History of Early Amateur Journalism in New Hampshire


NEW HAMPSHIRE HAS HAD an important part in the history of amateur journalism. As early as 1872 a Granite State A.P.A. was organized, covering New Hampshire and Vermont, with Harold L. Dana as President. Frederick H. Pinkham was Vice-President, and George E. Tewksbury Secretary. The next year George F. Canis was chosen President, James D. P. Wingate Vice-President, and William M. Kendall Secretary. Its last convention was held in February, 1874. A local club was organized in Manchester in 1873, with Canis as President, and one in Milford in 1879.


James D. P. Wingate, later one of New England's leading newspaper publishers, was the first real amateur journalist in New Hampshire, and a foremost one. In 1867 at Exeter he issued the Little Joker, and in 1873 the Bird's Nest. Later he published the Boys' Gem. In 1870 in Farmington C. H. Perkins published the Rising Sun. In 1872 at New Market Frank H. Pinkham issued the Amateur News and then the Advertiser, which was changed into a professional paper, published for many years. In 1872 also George F. Canis in Manchester issued the Amoskeag Journal, and in Lebanon William M. Kendall published the Youths' Standard. The next year Kendall moved to Nashua and issued Young American, started by Charles S. Campbell in 1870. Manchester in 1871 also saw the publication of the Yankee Boy by George E. Tewksbury, and in 1873 F. H. Challis issued the Star of Progress, while the same year George D. Burton, afterwards a noted inventor, sent forth from New Ipswich the New England Star, a very large journal with an engraved heading. In 1876 Burton sold his paper to William M. Pemberton of Ansonia, Conn., who then published it from that place. In New Ipswich, also, in 1873-6, John E. Emery published the Times, and Frank A. Knight in Concord issued the Amateur's Monthly Magazine.


In 1874 Clarence B. Little, the first President of the New England Amateur Journalists Association, issued the Novelty from Pembroke. Milford in 1877 was the home of a famous amateur journalist, C. Fred Crosby, editor of the Literary Journal, and the same year another noted amateur, Leonard E. Tilden, issued from Cheshire the Star, moving to Marlborough the next year, where he published one of the leading Journals of the time, the Granite State Courier. Another of the famous papers of the period was published in Lebanon by W. W. Richardson in 1879, the Catchall, noted for its literary excellence. The same year a well known and long published journal called the Granite State Echo was started in Concord by William J. Drew and Herbert D. Smart. Smart later moved to Nashua and issued the Echo from that city for many years. In 1884 at Franklin George H. Moses, later one of the distinguished members of the United States Senate, entered amateur journalism by publishing the West Side Venture. In 1885 an excellent paper was issued from Concord by William A. Cowley called 0ur Optic, and in 1901 one of the most celebrated magazines in amateur Journalism, named the Monadnock Magazine, was started in Hanover by W. Paul Cook. It was one of the largest magazines ever issued, and was followed later by Mr. Cook with the Vagrant, almost equally notable. Willis Edward Hurd was active in 1898 from Newport.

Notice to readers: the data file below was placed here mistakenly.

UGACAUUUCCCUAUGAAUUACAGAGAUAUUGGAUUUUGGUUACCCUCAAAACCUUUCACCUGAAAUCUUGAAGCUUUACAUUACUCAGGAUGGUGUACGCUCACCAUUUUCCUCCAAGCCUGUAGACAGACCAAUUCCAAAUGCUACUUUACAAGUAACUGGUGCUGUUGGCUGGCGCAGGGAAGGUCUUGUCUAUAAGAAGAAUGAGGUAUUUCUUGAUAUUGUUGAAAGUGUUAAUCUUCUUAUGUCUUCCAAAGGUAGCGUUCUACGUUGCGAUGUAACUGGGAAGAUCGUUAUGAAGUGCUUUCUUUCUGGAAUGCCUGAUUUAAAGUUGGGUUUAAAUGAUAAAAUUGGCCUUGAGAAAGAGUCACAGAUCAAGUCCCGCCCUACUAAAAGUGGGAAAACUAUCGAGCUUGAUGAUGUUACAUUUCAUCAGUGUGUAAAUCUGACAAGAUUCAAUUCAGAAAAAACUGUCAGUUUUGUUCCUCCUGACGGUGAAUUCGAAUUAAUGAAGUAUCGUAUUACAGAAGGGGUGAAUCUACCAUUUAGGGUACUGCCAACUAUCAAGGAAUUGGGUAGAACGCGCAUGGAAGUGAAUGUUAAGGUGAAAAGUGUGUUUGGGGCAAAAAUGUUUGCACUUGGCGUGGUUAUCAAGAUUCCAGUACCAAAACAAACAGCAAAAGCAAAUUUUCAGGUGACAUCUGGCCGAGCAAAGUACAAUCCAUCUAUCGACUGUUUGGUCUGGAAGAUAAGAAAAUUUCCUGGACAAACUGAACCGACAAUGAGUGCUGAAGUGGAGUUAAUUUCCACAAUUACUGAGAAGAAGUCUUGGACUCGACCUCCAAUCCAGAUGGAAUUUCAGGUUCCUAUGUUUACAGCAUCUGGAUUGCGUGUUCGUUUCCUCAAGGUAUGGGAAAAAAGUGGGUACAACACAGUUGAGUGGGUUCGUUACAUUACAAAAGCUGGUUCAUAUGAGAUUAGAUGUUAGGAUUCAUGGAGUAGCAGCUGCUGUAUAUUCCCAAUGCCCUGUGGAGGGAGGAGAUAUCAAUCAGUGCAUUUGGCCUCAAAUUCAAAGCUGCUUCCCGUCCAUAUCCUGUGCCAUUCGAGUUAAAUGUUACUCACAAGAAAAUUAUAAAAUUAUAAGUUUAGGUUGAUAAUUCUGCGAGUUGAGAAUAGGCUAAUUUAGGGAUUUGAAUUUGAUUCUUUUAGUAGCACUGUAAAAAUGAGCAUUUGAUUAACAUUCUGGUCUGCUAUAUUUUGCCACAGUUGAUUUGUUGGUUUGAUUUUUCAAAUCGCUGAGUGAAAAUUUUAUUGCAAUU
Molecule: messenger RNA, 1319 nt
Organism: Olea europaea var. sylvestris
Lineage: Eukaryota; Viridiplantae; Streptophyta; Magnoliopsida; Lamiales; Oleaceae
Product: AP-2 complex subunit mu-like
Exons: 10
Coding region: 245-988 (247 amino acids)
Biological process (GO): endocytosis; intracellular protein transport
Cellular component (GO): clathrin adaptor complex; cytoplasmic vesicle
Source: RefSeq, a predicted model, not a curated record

Two young ladies gained much recognition in the early history of amateur journalism in the State as authors. One was Alice Harper of Concord and the other Bessie Murray of Lancaster.


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